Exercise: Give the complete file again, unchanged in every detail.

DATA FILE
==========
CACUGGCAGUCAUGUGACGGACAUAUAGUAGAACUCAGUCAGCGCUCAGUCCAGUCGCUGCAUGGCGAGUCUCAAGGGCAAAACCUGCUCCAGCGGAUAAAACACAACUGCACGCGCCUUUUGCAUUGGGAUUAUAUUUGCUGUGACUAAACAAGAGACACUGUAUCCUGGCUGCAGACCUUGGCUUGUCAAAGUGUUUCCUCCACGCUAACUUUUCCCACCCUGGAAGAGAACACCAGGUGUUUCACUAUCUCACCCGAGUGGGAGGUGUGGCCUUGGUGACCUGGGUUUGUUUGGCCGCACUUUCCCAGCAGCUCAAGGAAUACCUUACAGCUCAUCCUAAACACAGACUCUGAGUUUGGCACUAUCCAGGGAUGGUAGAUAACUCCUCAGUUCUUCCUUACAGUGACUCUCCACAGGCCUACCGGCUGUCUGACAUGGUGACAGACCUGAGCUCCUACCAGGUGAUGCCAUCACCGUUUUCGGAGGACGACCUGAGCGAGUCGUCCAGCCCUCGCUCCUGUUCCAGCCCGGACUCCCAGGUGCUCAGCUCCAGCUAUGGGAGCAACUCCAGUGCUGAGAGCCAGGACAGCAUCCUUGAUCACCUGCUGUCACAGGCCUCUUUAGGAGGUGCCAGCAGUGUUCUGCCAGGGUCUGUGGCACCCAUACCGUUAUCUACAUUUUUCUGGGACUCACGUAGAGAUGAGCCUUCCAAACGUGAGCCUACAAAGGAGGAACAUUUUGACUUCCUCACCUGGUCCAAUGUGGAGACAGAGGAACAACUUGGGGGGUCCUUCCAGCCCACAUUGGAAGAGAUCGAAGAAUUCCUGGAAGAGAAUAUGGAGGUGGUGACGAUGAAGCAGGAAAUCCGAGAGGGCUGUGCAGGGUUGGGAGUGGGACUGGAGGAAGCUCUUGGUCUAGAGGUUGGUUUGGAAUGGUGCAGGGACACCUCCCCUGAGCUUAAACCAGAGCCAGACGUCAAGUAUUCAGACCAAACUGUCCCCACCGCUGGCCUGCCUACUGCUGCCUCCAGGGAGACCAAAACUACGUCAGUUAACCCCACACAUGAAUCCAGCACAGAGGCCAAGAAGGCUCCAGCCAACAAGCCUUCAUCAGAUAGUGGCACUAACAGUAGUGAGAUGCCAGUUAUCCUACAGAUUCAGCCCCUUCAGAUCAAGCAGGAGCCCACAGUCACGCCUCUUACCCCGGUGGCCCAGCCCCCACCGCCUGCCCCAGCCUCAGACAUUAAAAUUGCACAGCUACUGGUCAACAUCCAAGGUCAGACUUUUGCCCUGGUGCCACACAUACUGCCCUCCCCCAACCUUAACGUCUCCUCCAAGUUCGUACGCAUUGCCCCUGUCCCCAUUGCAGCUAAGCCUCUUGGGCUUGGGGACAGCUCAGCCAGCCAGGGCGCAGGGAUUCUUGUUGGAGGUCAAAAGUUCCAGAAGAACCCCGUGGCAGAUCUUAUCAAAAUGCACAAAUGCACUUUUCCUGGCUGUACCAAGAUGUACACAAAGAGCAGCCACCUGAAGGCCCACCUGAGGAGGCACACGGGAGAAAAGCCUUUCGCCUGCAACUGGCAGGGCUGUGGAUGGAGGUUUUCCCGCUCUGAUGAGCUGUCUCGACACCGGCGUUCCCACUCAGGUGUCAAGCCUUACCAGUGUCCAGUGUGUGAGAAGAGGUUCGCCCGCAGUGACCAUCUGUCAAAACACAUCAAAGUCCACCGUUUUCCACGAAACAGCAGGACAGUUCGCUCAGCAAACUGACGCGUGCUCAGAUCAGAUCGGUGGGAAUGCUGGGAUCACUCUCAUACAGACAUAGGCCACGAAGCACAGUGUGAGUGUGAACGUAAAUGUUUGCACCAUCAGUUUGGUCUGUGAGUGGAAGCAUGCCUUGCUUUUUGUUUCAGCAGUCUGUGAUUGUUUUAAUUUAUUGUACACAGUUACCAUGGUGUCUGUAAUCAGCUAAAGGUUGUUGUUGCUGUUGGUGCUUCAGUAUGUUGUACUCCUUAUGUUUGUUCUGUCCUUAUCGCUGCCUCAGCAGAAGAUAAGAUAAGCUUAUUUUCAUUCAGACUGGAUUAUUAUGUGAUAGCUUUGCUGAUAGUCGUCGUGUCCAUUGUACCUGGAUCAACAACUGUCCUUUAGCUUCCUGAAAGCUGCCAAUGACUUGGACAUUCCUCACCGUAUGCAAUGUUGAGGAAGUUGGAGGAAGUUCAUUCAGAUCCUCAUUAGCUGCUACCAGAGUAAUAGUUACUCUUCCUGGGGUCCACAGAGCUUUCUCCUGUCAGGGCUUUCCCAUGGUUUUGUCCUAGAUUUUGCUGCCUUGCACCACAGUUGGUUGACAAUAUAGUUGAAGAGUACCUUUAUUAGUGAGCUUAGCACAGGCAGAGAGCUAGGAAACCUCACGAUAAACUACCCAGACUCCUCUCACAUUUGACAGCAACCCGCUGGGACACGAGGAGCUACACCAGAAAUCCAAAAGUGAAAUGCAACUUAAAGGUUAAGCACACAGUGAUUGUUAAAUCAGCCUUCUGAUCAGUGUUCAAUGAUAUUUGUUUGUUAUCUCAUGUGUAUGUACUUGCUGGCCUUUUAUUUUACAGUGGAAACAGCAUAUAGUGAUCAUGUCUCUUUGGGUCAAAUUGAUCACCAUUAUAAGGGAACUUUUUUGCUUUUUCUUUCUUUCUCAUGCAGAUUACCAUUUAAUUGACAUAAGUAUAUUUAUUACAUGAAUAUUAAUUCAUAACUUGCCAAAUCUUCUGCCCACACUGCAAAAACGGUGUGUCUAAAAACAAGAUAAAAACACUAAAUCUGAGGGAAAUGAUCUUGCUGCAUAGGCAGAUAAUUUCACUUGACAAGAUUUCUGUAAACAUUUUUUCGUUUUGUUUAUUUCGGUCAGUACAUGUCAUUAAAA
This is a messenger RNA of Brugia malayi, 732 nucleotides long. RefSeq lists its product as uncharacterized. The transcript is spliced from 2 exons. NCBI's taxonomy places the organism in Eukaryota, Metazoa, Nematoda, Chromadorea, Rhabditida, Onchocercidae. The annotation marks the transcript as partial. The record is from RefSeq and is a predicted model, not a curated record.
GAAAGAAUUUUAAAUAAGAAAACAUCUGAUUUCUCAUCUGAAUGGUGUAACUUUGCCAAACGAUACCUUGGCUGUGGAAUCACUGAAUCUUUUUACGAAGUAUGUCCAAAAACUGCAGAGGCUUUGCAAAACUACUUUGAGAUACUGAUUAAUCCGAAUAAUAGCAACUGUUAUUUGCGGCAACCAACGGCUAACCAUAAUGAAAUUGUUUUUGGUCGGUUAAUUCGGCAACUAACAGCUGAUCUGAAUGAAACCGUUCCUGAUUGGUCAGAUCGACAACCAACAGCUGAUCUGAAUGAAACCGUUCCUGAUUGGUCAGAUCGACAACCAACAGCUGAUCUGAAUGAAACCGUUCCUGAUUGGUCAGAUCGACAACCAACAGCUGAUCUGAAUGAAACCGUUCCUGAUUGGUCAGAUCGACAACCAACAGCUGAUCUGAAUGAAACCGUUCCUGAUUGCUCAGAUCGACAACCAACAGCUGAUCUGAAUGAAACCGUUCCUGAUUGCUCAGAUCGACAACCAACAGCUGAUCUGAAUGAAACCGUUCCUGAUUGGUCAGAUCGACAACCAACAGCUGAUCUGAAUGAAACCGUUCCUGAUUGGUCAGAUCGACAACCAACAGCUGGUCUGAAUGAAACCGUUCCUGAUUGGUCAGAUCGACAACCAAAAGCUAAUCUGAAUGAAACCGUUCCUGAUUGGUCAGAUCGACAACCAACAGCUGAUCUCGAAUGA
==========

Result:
CACUGGCAGUCAUGUGACGGACAUAUAGUAGAACUCAGUCAGCGCUCAGUCCAGUCGCUGCAUGGCGAGUCUCAAGGGCAAAACCUGCUCCAGCGGAUAAAACACAACUGCACGCGCCUUUUGCAUUGGGAUUAUAUUUGCUGUGACUAAACAAGAGACACUGUAUCCUGGCUGCAGACCUUGGCUUGUCAAAGUGUUUCCUCCACGCUAACUUUUCCCACCCUGGAAGAGAACACCAGGUGUUUCACUAUCUCACCCGAGUGGGAGGUGUGGCCUUGGUGACCUGGGUUUGUUUGGCCGCACUUUCCCAGCAGCUCAAGGAAUACCUUACAGCUCAUCCUAAACACAGACUCUGAGUUUGGCACUAUCCAGGGAUGGUAGAUAACUCCUCAGUUCUUCCUUACAGUGACUCUCCACAGGCCUACCGGCUGUCUGACAUGGUGACAGACCUGAGCUCCUACCAGGUGAUGCCAUCACCGUUUUCGGAGGACGACCUGAGCGAGUCGUCCAGCCCUCGCUCCUGUUCCAGCCCGGACUCCCAGGUGCUCAGCUCCAGCUAUGGGAGCAACUCCAGUGCUGAGAGCCAGGACAGCAUCCUUGAUCACCUGCUGUCACAGGCCUCUUUAGGAGGUGCCAGCAGUGUUCUGCCAGGGUCUGUGGCACCCAUACCGUUAUCUACAUUUUUCUGGGACUCACGUAGAGAUGAGCCUUCCAAACGUGAGCCUACAAAGGAGGAACAUUUUGACUUCCUCACCUGGUCCAAUGUGGAGACAGAGGAACAACUUGGGGGGUCCUUCCAGCCCACAUUGGAAGAGAUCGAAGAAUUCCUGGAAGAGAAUAUGGAGGUGGUGACGAUGAAGCAGGAAAUCCGAGAGGGCUGUGCAGGGUUGGGAGUGGGACUGGAGGAAGCUCUUGGUCUAGAGGUUGGUUUGGAAUGGUGCAGGGACACCUCCCCUGAGCUUAAACCAGAGCCAGACGUCAAGUAUUCAGACCAAACUGUCCCCACCGCUGGCCUGCCUACUGCUGCCUCCAGGGAGACCAAAACUACGUCAGUUAACCCCACACAUGAAUCCAGCACAGAGGCCAAGAAGGCUCCAGCCAACAAGCCUUCAUCAGAUAGUGGCACUAACAGUAGUGAGAUGCCAGUUAUCCUACAGAUUCAGCCCCUUCAGAUCAAGCAGGAGCCCACAGUCACGCCUCUUACCCCGGUGGCCCAGCCCCCACCGCCUGCCCCAGCCUCAGACAUUAAAAUUGCACAGCUACUGGUCAACAUCCAAGGUCAGACUUUUGCCCUGGUGCCACACAUACUGCCCUCCCCCAACCUUAACGUCUCCUCCAAGUUCGUACGCAUUGCCCCUGUCCCCAUUGCAGCUAAGCCUCUUGGGCUUGGGGACAGCUCAGCCAGCCAGGGCGCAGGGAUUCUUGUUGGAGGUCAAAAGUUCCAGAAGAACCCCGUGGCAGAUCUUAUCAAAAUGCACAAAUGCACUUUUCCUGGCUGUACCAAGAUGUACACAAAGAGCAGCCACCUGAAGGCCCACCUGAGGAGGCACACGGGAGAAAAGCCUUUCGCCUGCAACUGGCAGGGCUGUGGAUGGAGGUUUUCCCGCUCUGAUGAGCUGUCUCGACACCGGCGUUCCCACUCAGGUGUCAAGCCUUACCAGUGUCCAGUGUGUGAGAAGAGGUUCGCCCGCAGUGACCAUCUGUCAAAACACAUCAAAGUCCACCGUUUUCCACGAAACAGCAGGACAGUUCGCUCAGCAAACUGACGCGUGCUCAGAUCAGAUCGGUGGGAAUGCUGGGAUCACUCUCAUACAGACAUAGGCCACGAAGCACAGUGUGAGUGUGAACGUAAAUGUUUGCACCAUCAGUUUGGUCUGUGAGUGGAAGCAUGCCUUGCUUUUUGUUUCAGCAGUCUGUGAUUGUUUUAAUUUAUUGUACACAGUUACCAUGGUGUCUGUAAUCAGCUAAAGGUUGUUGUUGCUGUUGGUGCUUCAGUAUGUUGUACUCCUUAUGUUUGUUCUGUCCUUAUCGCUGCCUCAGCAGAAGAUAAGAUAAGCUUAUUUUCAUUCAGACUGGAUUAUUAUGUGAUAGCUUUGCUGAUAGUCGUCGUGUCCAUUGUACCUGGAUCAACAACUGUCCUUUAGCUUCCUGAAAGCUGCCAAUGACUUGGACAUUCCUCACCGUAUGCAAUGUUGAGGAAGUUGGAGGAAGUUCAUUCAGAUCCUCAUUAGCUGCUACCAGAGUAAUAGUUACUCUUCCUGGGGUCCACAGAGCUUUCUCCUGUCAGGGCUUUCCCAUGGUUUUGUCCUAGAUUUUGCUGCCUUGCACCACAGUUGGUUGACAAUAUAGUUGAAGAGUACCUUUAUUAGUGAGCUUAGCACAGGCAGAGAGCUAGGAAACCUCACGAUAAACUACCCAGACUCCUCUCACAUUUGACAGCAACCCGCUGGGACACGAGGAGCUACACCAGAAAUCCAAAAGUGAAAUGCAACUUAAAGGUUAAGCACACAGUGAUUGUUAAAUCAGCCUUCUGAUCAGUGUUCAAUGAUAUUUGUUUGUUAUCUCAUGUGUAUGUACUUGCUGGCCUUUUAUUUUACAGUGGAAACAGCAUAUAGUGAUCAUGUCUCUUUGGGUCAAAUUGAUCACCAUUAUAAGGGAACUUUUUUGCUUUUUCUUUCUUUCUCAUGCAGAUUACCAUUUAAUUGACAUAAGUAUAUUUAUUACAUGAAUAUUAAUUCAUAACUUGCCAAAUCUUCUGCCCACACUGCAAAAACGGUGUGUCUAAAAACAAGAUAAAAACACUAAAUCUGAGGGAAAUGAUCUUGCUGCAUAGGCAGAUAAUUUCACUUGACAAGAUUUCUGUAAACAUUUUUUCGUUUUGUUUAUUUCGGUCAGUACAUGUCAUUAAAA
This is a messenger RNA of Brugia malayi, 732 nucleotides long. RefSeq lists its product as uncharacterized. The transcript is spliced from 2 exons. NCBI's taxonomy places the organism in Eukaryota, Metazoa, Nematoda, Chromadorea, Rhabditida, Onchocercidae. The annotation marks the transcript as partial. The record is from RefSeq and is a predicted model, not a curated record.
GAAAGAAUUUUAAAUAAGAAAACAUCUGAUUUCUCAUCUGAAUGGUGUAACUUUGCCAAACGAUACCUUGGCUGUGGAAUCACUGAAUCUUUUUACGAAGUAUGUCCAAAAACUGCAGAGGCUUUGCAAAACUACUUUGAGAUACUGAUUAAUCCGAAUAAUAGCAACUGUUAUUUGCGGCAACCAACGGCUAACCAUAAUGAAAUUGUUUUUGGUCGGUUAAUUCGGCAACUAACAGCUGAUCUGAAUGAAACCGUUCCUGAUUGGUCAGAUCGACAACCAACAGCUGAUCUGAAUGAAACCGUUCCUGAUUGGUCAGAUCGACAACCAACAGCUGAUCUGAAUGAAACCGUUCCUGAUUGGUCAGAUCGACAACCAACAGCUGAUCUGAAUGAAACCGUUCCUGAUUGGUCAGAUCGACAACCAACAGCUGAUCUGAAUGAAACCGUUCCUGAUUGCUCAGAUCGACAACCAACAGCUGAUCUGAAUGAAACCGUUCCUGAUUGCUCAGAUCGACAACCAACAGCUGAUCUGAAUGAAACCGUUCCUGAUUGGUCAGAUCGACAACCAACAGCUGAUCUGAAUGAAACCGUUCCUGAUUGGUCAGAUCGACAACCAACAGCUGGUCUGAAUGAAACCGUUCCUGAUUGGUCAGAUCGACAACCAAAAGCUAAUCUGAAUGAAACCGUUCCUGAUUGGUCAGAUCGACAACCAACAGCUGAUCUCGAAUGA